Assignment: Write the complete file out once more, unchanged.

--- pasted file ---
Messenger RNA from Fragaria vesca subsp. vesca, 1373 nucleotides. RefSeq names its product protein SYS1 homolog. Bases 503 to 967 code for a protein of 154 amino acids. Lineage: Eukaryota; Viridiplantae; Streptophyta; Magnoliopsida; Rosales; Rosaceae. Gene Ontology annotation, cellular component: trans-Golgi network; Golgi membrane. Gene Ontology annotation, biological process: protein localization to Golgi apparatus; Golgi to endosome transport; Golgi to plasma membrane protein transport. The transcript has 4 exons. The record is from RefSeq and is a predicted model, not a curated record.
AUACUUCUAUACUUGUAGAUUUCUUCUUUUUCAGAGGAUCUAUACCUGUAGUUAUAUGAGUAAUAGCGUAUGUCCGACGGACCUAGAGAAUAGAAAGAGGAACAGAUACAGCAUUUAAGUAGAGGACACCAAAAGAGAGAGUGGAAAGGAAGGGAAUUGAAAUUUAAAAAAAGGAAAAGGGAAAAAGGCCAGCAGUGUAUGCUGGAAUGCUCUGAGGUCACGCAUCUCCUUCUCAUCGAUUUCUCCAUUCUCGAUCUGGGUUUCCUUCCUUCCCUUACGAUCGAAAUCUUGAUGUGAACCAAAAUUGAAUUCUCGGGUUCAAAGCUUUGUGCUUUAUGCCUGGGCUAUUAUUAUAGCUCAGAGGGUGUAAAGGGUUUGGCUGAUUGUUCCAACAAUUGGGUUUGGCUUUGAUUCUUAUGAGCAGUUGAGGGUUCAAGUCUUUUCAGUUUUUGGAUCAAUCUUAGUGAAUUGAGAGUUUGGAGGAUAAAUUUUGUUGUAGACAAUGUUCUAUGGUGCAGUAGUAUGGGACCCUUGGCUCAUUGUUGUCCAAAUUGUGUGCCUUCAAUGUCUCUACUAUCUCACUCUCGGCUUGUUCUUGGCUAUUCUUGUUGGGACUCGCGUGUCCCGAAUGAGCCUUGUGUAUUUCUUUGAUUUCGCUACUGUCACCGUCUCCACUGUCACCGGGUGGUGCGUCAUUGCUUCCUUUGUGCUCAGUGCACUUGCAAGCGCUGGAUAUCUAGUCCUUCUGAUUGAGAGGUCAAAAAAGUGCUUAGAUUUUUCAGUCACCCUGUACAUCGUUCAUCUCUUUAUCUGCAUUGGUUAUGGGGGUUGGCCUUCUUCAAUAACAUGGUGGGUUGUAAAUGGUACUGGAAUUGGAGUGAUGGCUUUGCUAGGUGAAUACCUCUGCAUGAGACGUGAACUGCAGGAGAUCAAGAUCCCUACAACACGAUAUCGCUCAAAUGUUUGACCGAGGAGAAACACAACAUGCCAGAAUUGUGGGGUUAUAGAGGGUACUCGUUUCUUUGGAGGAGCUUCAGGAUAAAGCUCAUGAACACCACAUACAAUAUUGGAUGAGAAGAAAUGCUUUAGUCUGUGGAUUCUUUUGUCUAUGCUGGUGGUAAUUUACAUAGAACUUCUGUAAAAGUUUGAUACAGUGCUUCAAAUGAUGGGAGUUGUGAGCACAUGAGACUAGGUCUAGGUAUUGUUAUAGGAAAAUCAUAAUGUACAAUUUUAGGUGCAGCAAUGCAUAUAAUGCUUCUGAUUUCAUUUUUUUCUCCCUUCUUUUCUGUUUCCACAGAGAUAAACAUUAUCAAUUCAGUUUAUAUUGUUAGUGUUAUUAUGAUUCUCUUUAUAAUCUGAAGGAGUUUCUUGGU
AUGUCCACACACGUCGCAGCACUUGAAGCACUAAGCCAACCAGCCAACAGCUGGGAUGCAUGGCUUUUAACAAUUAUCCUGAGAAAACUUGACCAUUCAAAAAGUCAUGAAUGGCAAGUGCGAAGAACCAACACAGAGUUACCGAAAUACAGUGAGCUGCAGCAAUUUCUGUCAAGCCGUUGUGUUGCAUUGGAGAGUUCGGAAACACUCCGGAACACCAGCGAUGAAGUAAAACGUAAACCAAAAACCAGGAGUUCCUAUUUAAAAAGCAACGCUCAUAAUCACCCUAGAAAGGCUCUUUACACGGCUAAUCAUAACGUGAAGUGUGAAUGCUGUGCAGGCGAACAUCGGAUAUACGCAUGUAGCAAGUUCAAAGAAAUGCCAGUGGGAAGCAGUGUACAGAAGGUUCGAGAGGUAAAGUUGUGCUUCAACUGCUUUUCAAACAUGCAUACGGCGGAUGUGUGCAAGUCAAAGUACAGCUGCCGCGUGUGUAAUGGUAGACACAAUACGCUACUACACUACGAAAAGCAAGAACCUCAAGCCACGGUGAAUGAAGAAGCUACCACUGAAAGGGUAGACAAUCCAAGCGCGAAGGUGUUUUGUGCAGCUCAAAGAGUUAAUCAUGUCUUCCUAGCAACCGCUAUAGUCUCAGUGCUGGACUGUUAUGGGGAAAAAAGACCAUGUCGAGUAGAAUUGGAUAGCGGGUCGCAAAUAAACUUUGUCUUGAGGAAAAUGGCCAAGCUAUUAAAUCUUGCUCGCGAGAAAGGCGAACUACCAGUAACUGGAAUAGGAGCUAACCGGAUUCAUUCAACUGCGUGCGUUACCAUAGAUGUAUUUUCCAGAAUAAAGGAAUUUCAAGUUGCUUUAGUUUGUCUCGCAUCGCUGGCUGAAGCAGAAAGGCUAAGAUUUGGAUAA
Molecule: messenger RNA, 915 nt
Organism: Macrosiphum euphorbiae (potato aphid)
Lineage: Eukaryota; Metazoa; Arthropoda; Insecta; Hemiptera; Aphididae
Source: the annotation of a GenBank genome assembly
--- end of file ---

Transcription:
Messenger RNA from Fragaria vesca subsp. vesca, 1373 nucleotides. RefSeq names its product protein SYS1 homolog. Bases 503 to 967 code for a protein of 154 amino acids. Lineage: Eukaryota; Viridiplantae; Streptophyta; Magnoliopsida; Rosales; Rosaceae. Gene Ontology annotation, cellular component: trans-Golgi network; Golgi membrane. Gene Ontology annotation, biological process: protein localization to Golgi apparatus; Golgi to endosome transport; Golgi to plasma membrane protein transport. The transcript has 4 exons. The record is from RefSeq and is a predicted model, not a curated record.
AUACUUCUAUACUUGUAGAUUUCUUCUUUUUCAGAGGAUCUAUACCUGUAGUUAUAUGAGUAAUAGCGUAUGUCCGACGGACCUAGAGAAUAGAAAGAGGAACAGAUACAGCAUUUAAGUAGAGGACACCAAAAGAGAGAGUGGAAAGGAAGGGAAUUGAAAUUUAAAAAAAGGAAAAGGGAAAAAGGCCAGCAGUGUAUGCUGGAAUGCUCUGAGGUCACGCAUCUCCUUCUCAUCGAUUUCUCCAUUCUCGAUCUGGGUUUCCUUCCUUCCCUUACGAUCGAAAUCUUGAUGUGAACCAAAAUUGAAUUCUCGGGUUCAAAGCUUUGUGCUUUAUGCCUGGGCUAUUAUUAUAGCUCAGAGGGUGUAAAGGGUUUGGCUGAUUGUUCCAACAAUUGGGUUUGGCUUUGAUUCUUAUGAGCAGUUGAGGGUUCAAGUCUUUUCAGUUUUUGGAUCAAUCUUAGUGAAUUGAGAGUUUGGAGGAUAAAUUUUGUUGUAGACAAUGUUCUAUGGUGCAGUAGUAUGGGACCCUUGGCUCAUUGUUGUCCAAAUUGUGUGCCUUCAAUGUCUCUACUAUCUCACUCUCGGCUUGUUCUUGGCUAUUCUUGUUGGGACUCGCGUGUCCCGAAUGAGCCUUGUGUAUUUCUUUGAUUUCGCUACUGUCACCGUCUCCACUGUCACCGGGUGGUGCGUCAUUGCUUCCUUUGUGCUCAGUGCACUUGCAAGCGCUGGAUAUCUAGUCCUUCUGAUUGAGAGGUCAAAAAAGUGCUUAGAUUUUUCAGUCACCCUGUACAUCGUUCAUCUCUUUAUCUGCAUUGGUUAUGGGGGUUGGCCUUCUUCAAUAACAUGGUGGGUUGUAAAUGGUACUGGAAUUGGAGUGAUGGCUUUGCUAGGUGAAUACCUCUGCAUGAGACGUGAACUGCAGGAGAUCAAGAUCCCUACAACACGAUAUCGCUCAAAUGUUUGACCGAGGAGAAACACAACAUGCCAGAAUUGUGGGGUUAUAGAGGGUACUCGUUUCUUUGGAGGAGCUUCAGGAUAAAGCUCAUGAACACCACAUACAAUAUUGGAUGAGAAGAAAUGCUUUAGUCUGUGGAUUCUUUUGUCUAUGCUGGUGGUAAUUUACAUAGAACUUCUGUAAAAGUUUGAUACAGUGCUUCAAAUGAUGGGAGUUGUGAGCACAUGAGACUAGGUCUAGGUAUUGUUAUAGGAAAAUCAUAAUGUACAAUUUUAGGUGCAGCAAUGCAUAUAAUGCUUCUGAUUUCAUUUUUUUCUCCCUUCUUUUCUGUUUCCACAGAGAUAAACAUUAUCAAUUCAGUUUAUAUUGUUAGUGUUAUUAUGAUUCUCUUUAUAAUCUGAAGGAGUUUCUUGGU
AUGUCCACACACGUCGCAGCACUUGAAGCACUAAGCCAACCAGCCAACAGCUGGGAUGCAUGGCUUUUAACAAUUAUCCUGAGAAAACUUGACCAUUCAAAAAGUCAUGAAUGGCAAGUGCGAAGAACCAACACAGAGUUACCGAAAUACAGUGAGCUGCAGCAAUUUCUGUCAAGCCGUUGUGUUGCAUUGGAGAGUUCGGAAACACUCCGGAACACCAGCGAUGAAGUAAAACGUAAACCAAAAACCAGGAGUUCCUAUUUAAAAAGCAACGCUCAUAAUCACCCUAGAAAGGCUCUUUACACGGCUAAUCAUAACGUGAAGUGUGAAUGCUGUGCAGGCGAACAUCGGAUAUACGCAUGUAGCAAGUUCAAAGAAAUGCCAGUGGGAAGCAGUGUACAGAAGGUUCGAGAGGUAAAGUUGUGCUUCAACUGCUUUUCAAACAUGCAUACGGCGGAUGUGUGCAAGUCAAAGUACAGCUGCCGCGUGUGUAAUGGUAGACACAAUACGCUACUACACUACGAAAAGCAAGAACCUCAAGCCACGGUGAAUGAAGAAGCUACCACUGAAAGGGUAGACAAUCCAAGCGCGAAGGUGUUUUGUGCAGCUCAAAGAGUUAAUCAUGUCUUCCUAGCAACCGCUAUAGUCUCAGUGCUGGACUGUUAUGGGGAAAAAAGACCAUGUCGAGUAGAAUUGGAUAGCGGGUCGCAAAUAAACUUUGUCUUGAGGAAAAUGGCCAAGCUAUUAAAUCUUGCUCGCGAGAAAGGCGAACUACCAGUAACUGGAAUAGGAGCUAACCGGAUUCAUUCAACUGCGUGCGUUACCAUAGAUGUAUUUUCCAGAAUAAAGGAAUUUCAAGUUGCUUUAGUUUGUCUCGCAUCGCUGGCUGAAGCAGAAAGGCUAAGAUUUGGAUAA
Molecule: messenger RNA, 915 nt
Organism: Macrosiphum euphorbiae (potato aphid)
Lineage: Eukaryota; Metazoa; Arthropoda; Insecta; Hemiptera; Aphididae
Source: the annotation of a GenBank genome assembly